The 74 reports that school districts are driving major sales for a cellphone pouch and storage company, indicating that local policymakers are looking for new and effective solutions to curb phone use at school. The magnetic-lock pouches, made by Yondr, hold students’ phones during the school day and keep them out of the classroom.
An estimated 2,000 schools across the U.S. are using its pouches this year. The total number of schools using devices to store phones is likely even higher.
According to The 74, “most districts already prohibit students from using phones in class for non-academic reasons.” And by 2020, over three-quarters of schools in the U.S. had policies prohibiting phones to some extent. But evidently, some are now wondering if tougher restrictions are needed to limit their use.
Recently, school boards across the Carolinas have tightened their cellphone policies. Rock Hill Schools, one of York County, S.C.’s four districts, now prohibits the use of phones and similar electronic devices at its schools. Instead of using a pouch, students must keep their phones in their backpacks or lockers. The Greenville County School Board also revised its policy this month, prohibiting elementary and middle school students from using phones at school. High school students can use them, but only during lunch and between classes.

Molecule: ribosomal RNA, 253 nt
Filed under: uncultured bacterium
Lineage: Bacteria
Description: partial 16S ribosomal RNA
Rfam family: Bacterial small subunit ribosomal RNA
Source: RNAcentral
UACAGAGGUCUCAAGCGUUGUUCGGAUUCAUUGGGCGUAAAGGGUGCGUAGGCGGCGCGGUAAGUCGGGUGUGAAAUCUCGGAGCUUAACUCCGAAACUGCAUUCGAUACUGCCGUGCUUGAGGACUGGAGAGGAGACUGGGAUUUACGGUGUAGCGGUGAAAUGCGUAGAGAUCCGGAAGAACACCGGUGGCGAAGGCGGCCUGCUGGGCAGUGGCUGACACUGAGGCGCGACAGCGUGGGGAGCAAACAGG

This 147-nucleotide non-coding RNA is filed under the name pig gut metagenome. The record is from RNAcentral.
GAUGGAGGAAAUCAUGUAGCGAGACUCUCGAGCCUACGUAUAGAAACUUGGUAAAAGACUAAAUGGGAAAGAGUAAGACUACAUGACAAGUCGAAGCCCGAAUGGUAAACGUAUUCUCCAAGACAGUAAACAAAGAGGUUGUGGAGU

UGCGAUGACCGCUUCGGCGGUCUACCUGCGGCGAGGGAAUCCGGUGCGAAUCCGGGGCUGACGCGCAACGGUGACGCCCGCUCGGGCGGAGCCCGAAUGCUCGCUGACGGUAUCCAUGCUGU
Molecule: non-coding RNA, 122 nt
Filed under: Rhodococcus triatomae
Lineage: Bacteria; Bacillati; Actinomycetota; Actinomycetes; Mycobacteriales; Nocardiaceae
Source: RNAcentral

And in North Carolina, Charlotte-Mecklenburg Schools and Burke County Public Schools are at least two districts that have taken additional cellphone-blocking measures. The former ramped up enforcement of an existing policy this year, while the latter adopted stricter rules over the summer. Both now generally prohibit students from using phones at school.
Overall, the restrictions have sparked healthy debate among community members.
Some parents are concerned that limiting cellphone access, especially if they are taken during the school day, will make it harder to reach their children in an emergency. Others simply object to the idea of their children’s property being taken, even if temporarily, and worry about loss or theft. At the same time, many teachers, education officials, lawmakers and parents believe stronger policies are needed to prevent classroom distractions caused by smartphones and social media.
These discussions coincide with ongoing efforts about how to deal with emerging technologies like ChatGPT and their impacts on learning. Recently, we noted how more teachers are turning to handwritten assignments to maintain coursework integrity. Such developments could be a sign of more changes to come.